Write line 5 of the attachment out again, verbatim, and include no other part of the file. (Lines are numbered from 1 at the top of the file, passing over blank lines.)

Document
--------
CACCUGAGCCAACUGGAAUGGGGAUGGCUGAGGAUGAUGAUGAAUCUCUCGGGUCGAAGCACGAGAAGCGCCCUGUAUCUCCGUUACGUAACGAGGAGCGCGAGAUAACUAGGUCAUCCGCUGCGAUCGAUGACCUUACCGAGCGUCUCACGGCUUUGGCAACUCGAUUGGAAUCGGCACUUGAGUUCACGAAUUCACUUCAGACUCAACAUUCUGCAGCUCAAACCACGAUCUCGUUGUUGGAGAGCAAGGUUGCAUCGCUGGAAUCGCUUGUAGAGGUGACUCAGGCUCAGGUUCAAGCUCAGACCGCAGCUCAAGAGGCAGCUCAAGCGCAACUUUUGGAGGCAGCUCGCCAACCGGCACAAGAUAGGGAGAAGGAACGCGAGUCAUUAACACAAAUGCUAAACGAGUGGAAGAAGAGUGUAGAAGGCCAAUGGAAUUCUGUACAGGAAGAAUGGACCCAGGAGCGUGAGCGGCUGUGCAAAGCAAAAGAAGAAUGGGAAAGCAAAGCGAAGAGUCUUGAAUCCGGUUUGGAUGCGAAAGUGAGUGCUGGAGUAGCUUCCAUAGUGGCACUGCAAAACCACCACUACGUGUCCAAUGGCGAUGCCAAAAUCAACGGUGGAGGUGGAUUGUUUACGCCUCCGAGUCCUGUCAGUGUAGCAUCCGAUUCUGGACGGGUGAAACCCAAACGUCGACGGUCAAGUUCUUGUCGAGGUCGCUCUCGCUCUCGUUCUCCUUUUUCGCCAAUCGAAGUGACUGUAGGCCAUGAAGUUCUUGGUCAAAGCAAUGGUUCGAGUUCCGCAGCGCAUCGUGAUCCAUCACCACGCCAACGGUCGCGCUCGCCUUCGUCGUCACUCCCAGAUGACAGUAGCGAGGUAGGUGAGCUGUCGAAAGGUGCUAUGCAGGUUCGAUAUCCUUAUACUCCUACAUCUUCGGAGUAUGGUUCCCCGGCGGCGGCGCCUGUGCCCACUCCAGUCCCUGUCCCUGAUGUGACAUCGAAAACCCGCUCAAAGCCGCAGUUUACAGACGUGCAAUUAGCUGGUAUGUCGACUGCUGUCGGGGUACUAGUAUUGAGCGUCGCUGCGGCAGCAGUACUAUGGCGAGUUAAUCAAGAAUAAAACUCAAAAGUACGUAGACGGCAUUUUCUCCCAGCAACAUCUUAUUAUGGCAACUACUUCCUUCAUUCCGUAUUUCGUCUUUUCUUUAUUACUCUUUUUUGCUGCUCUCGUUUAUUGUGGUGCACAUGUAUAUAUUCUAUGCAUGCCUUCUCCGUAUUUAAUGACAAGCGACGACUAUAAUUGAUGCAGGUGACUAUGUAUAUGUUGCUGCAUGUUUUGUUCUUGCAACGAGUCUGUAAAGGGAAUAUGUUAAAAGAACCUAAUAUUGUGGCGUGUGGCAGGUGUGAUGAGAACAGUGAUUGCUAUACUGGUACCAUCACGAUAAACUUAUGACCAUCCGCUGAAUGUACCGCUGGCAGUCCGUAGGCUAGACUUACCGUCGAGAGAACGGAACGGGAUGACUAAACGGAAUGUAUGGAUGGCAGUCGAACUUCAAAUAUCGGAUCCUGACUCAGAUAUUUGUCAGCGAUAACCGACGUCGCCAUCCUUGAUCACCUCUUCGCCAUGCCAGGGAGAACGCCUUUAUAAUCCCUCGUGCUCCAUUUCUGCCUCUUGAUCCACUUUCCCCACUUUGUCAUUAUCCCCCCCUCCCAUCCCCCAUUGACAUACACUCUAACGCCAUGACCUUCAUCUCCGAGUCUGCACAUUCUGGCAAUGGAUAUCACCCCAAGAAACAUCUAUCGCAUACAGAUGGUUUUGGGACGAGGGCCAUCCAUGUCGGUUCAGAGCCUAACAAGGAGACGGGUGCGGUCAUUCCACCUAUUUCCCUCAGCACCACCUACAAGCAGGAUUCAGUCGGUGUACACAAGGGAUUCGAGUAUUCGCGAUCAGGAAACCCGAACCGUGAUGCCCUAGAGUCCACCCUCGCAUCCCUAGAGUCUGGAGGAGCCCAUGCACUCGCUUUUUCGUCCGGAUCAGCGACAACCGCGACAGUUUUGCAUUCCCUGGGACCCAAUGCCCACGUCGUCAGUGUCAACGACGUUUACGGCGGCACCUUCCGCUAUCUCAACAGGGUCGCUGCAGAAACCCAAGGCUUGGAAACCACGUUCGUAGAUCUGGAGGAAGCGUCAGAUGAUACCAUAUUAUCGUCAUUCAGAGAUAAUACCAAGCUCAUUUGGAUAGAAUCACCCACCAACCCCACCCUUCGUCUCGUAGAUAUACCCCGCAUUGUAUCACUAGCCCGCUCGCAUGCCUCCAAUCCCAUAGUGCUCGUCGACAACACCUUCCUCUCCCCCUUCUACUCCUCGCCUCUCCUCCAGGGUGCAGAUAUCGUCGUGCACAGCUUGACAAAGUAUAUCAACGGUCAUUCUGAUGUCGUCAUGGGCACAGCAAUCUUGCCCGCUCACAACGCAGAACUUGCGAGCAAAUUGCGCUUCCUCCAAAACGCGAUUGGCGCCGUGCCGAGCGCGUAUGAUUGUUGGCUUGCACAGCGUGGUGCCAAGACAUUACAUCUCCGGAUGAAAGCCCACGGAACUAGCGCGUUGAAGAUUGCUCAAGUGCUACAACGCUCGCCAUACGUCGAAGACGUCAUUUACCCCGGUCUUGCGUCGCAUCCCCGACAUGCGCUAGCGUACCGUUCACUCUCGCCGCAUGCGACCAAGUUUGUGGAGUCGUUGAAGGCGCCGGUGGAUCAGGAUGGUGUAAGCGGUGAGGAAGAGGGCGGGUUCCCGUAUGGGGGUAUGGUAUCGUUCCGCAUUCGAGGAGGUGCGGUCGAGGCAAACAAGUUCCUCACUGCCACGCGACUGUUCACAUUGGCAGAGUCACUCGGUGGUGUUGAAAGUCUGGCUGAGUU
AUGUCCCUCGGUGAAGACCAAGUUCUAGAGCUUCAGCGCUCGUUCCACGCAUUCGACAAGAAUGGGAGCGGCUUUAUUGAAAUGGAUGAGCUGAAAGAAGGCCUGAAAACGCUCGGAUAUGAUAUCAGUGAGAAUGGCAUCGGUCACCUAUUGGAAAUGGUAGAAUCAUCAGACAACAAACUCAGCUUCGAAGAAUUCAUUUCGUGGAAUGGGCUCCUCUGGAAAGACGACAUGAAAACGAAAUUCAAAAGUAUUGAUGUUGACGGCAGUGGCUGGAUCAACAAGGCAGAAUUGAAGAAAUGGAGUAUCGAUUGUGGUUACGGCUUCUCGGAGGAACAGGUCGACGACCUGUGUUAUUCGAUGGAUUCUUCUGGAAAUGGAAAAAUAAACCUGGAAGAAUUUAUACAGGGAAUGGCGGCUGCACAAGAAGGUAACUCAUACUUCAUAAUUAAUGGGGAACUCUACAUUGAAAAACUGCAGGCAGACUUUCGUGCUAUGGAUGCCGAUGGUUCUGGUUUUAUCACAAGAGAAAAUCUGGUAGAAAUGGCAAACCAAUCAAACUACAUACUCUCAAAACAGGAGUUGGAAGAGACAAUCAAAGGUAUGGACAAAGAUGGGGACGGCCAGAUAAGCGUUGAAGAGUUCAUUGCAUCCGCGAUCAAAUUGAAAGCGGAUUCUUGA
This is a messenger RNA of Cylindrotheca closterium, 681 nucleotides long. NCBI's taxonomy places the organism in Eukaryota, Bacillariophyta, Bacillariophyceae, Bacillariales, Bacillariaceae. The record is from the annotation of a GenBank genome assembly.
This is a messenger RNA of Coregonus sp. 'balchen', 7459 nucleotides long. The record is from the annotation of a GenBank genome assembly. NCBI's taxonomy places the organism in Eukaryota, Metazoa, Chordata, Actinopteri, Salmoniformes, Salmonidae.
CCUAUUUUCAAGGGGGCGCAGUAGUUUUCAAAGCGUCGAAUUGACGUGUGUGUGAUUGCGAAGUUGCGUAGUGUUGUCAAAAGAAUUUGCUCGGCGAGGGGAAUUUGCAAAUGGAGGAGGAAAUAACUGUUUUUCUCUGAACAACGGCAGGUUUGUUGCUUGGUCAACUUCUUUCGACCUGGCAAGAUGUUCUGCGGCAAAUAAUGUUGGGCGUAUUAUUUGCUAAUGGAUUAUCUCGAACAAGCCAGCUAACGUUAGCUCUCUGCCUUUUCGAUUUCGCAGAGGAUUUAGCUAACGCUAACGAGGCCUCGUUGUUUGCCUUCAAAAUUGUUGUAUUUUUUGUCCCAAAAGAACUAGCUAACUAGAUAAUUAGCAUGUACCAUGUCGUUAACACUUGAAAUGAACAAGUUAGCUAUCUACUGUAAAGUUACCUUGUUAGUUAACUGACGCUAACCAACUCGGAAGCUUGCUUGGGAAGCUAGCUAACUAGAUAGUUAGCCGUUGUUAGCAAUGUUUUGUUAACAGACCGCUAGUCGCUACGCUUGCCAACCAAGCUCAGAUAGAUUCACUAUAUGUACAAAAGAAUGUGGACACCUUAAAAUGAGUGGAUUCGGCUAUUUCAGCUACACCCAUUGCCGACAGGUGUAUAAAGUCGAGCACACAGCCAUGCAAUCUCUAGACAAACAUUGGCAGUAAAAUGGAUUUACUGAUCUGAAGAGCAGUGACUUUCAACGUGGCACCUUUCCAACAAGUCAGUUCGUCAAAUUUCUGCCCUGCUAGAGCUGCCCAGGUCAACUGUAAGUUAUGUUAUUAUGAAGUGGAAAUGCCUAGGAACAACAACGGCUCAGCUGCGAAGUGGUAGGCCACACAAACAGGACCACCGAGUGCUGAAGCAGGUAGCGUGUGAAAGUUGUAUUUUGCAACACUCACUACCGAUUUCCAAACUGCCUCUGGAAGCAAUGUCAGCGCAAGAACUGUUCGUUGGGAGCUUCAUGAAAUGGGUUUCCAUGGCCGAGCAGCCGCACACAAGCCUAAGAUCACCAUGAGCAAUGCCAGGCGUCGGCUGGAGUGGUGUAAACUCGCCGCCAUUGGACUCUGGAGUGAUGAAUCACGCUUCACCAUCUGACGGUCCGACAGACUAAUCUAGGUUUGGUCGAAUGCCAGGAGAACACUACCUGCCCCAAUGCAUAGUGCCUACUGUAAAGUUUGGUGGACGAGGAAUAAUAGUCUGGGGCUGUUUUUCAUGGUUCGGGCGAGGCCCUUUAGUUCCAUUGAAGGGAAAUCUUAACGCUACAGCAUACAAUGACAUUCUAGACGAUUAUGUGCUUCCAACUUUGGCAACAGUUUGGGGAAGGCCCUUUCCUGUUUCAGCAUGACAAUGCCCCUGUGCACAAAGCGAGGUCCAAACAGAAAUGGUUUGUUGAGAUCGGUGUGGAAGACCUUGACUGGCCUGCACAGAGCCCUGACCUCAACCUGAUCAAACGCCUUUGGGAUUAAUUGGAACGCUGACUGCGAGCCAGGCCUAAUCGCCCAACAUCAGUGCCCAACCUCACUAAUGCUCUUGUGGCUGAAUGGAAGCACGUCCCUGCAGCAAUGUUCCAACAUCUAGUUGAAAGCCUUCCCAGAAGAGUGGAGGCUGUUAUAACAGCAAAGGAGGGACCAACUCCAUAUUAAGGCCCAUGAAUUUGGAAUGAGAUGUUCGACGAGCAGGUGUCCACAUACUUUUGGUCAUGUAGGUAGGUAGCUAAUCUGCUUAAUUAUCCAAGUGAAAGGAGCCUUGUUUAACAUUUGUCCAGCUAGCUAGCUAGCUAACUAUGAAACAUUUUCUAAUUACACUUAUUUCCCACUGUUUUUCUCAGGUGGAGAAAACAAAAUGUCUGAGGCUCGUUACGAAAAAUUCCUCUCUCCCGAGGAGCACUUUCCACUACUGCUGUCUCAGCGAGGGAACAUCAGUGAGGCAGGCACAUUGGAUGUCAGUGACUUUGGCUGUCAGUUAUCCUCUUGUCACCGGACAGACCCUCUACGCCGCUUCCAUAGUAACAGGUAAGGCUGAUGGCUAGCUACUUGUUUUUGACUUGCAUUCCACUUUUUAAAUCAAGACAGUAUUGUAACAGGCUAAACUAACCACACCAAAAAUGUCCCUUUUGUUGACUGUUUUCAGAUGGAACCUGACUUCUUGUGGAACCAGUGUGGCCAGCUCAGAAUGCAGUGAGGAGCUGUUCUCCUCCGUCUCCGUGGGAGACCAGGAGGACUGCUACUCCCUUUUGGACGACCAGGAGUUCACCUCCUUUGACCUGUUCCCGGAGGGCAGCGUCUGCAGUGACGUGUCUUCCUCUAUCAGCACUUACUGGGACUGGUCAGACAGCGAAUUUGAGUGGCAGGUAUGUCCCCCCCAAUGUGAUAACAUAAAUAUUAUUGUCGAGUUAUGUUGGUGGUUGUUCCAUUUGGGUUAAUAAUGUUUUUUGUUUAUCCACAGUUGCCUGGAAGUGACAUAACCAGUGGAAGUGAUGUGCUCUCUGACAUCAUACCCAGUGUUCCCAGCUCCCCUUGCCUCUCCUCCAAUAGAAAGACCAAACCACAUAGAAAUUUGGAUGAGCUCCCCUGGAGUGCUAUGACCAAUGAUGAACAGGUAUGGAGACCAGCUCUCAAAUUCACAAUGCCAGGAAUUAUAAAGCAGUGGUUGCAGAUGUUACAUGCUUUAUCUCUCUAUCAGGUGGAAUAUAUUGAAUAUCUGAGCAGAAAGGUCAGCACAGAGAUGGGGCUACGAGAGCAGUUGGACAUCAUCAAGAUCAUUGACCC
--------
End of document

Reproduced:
CCUAUUUUCAAGGGGGCGCAGUAGUUUUCAAAGCGUCGAAUUGACGUGUGUGUGAUUGCGAAGUUGCGUAGUGUUGUCAAAAGAAUUUGCUCGGCGAGGGGAAUUUGCAAAUGGAGGAGGAAAUAACUGUUUUUCUCUGAACAACGGCAGGUUUGUUGCUUGGUCAACUUCUUUCGACCUGGCAAGAUGUUCUGCGGCAAAUAAUGUUGGGCGUAUUAUUUGCUAAUGGAUUAUCUCGAACAAGCCAGCUAACGUUAGCUCUCUGCCUUUUCGAUUUCGCAGAGGAUUUAGCUAACGCUAACGAGGCCUCGUUGUUUGCCUUCAAAAUUGUUGUAUUUUUUGUCCCAAAAGAACUAGCUAACUAGAUAAUUAGCAUGUACCAUGUCGUUAACACUUGAAAUGAACAAGUUAGCUAUCUACUGUAAAGUUACCUUGUUAGUUAACUGACGCUAACCAACUCGGAAGCUUGCUUGGGAAGCUAGCUAACUAGAUAGUUAGCCGUUGUUAGCAAUGUUUUGUUAACAGACCGCUAGUCGCUACGCUUGCCAACCAAGCUCAGAUAGAUUCACUAUAUGUACAAAAGAAUGUGGACACCUUAAAAUGAGUGGAUUCGGCUAUUUCAGCUACACCCAUUGCCGACAGGUGUAUAAAGUCGAGCACACAGCCAUGCAAUCUCUAGACAAACAUUGGCAGUAAAAUGGAUUUACUGAUCUGAAGAGCAGUGACUUUCAACGUGGCACCUUUCCAACAAGUCAGUUCGUCAAAUUUCUGCCCUGCUAGAGCUGCCCAGGUCAACUGUAAGUUAUGUUAUUAUGAAGUGGAAAUGCCUAGGAACAACAACGGCUCAGCUGCGAAGUGGUAGGCCACACAAACAGGACCACCGAGUGCUGAAGCAGGUAGCGUGUGAAAGUUGUAUUUUGCAACACUCACUACCGAUUUCCAAACUGCCUCUGGAAGCAAUGUCAGCGCAAGAACUGUUCGUUGGGAGCUUCAUGAAAUGGGUUUCCAUGGCCGAGCAGCCGCACACAAGCCUAAGAUCACCAUGAGCAAUGCCAGGCGUCGGCUGGAGUGGUGUAAACUCGCCGCCAUUGGACUCUGGAGUGAUGAAUCACGCUUCACCAUCUGACGGUCCGACAGACUAAUCUAGGUUUGGUCGAAUGCCAGGAGAACACUACCUGCCCCAAUGCAUAGUGCCUACUGUAAAGUUUGGUGGACGAGGAAUAAUAGUCUGGGGCUGUUUUUCAUGGUUCGGGCGAGGCCCUUUAGUUCCAUUGAAGGGAAAUCUUAACGCUACAGCAUACAAUGACAUUCUAGACGAUUAUGUGCUUCCAACUUUGGCAACAGUUUGGGGAAGGCCCUUUCCUGUUUCAGCAUGACAAUGCCCCUGUGCACAAAGCGAGGUCCAAACAGAAAUGGUUUGUUGAGAUCGGUGUGGAAGACCUUGACUGGCCUGCACAGAGCCCUGACCUCAACCUGAUCAAACGCCUUUGGGAUUAAUUGGAACGCUGACUGCGAGCCAGGCCUAAUCGCCCAACAUCAGUGCCCAACCUCACUAAUGCUCUUGUGGCUGAAUGGAAGCACGUCCCUGCAGCAAUGUUCCAACAUCUAGUUGAAAGCCUUCCCAGAAGAGUGGAGGCUGUUAUAACAGCAAAGGAGGGACCAACUCCAUAUUAAGGCCCAUGAAUUUGGAAUGAGAUGUUCGACGAGCAGGUGUCCACAUACUUUUGGUCAUGUAGGUAGGUAGCUAAUCUGCUUAAUUAUCCAAGUGAAAGGAGCCUUGUUUAACAUUUGUCCAGCUAGCUAGCUAGCUAACUAUGAAACAUUUUCUAAUUACACUUAUUUCCCACUGUUUUUCUCAGGUGGAGAAAACAAAAUGUCUGAGGCUCGUUACGAAAAAUUCCUCUCUCCCGAGGAGCACUUUCCACUACUGCUGUCUCAGCGAGGGAACAUCAGUGAGGCAGGCACAUUGGAUGUCAGUGACUUUGGCUGUCAGUUAUCCUCUUGUCACCGGACAGACCCUCUACGCCGCUUCCAUAGUAACAGGUAAGGCUGAUGGCUAGCUACUUGUUUUUGACUUGCAUUCCACUUUUUAAAUCAAGACAGUAUUGUAACAGGCUAAACUAACCACACCAAAAAUGUCCCUUUUGUUGACUGUUUUCAGAUGGAACCUGACUUCUUGUGGAACCAGUGUGGCCAGCUCAGAAUGCAGUGAGGAGCUGUUCUCCUCCGUCUCCGUGGGAGACCAGGAGGACUGCUACUCCCUUUUGGACGACCAGGAGUUCACCUCCUUUGACCUGUUCCCGGAGGGCAGCGUCUGCAGUGACGUGUCUUCCUCUAUCAGCACUUACUGGGACUGGUCAGACAGCGAAUUUGAGUGGCAGGUAUGUCCCCCCCAAUGUGAUAACAUAAAUAUUAUUGUCGAGUUAUGUUGGUGGUUGUUCCAUUUGGGUUAAUAAUGUUUUUUGUUUAUCCACAGUUGCCUGGAAGUGACAUAACCAGUGGAAGUGAUGUGCUCUCUGACAUCAUACCCAGUGUUCCCAGCUCCCCUUGCCUCUCCUCCAAUAGAAAGACCAAACCACAUAGAAAUUUGGAUGAGCUCCCCUGGAGUGCUAUGACCAAUGAUGAACAGGUAUGGAGACCAGCUCUCAAAUUCACAAUGCCAGGAAUUAUAAAGCAGUGGUUGCAGAUGUUACAUGCUUUAUCUCUCUAUCAGGUGGAAUAUAUUGAAUAUCUGAGCAGAAAGGUCAGCACAGAGAUGGGGCUACGAGAGCAGUUGGACAUCAUCAAGAUCAUUGACCC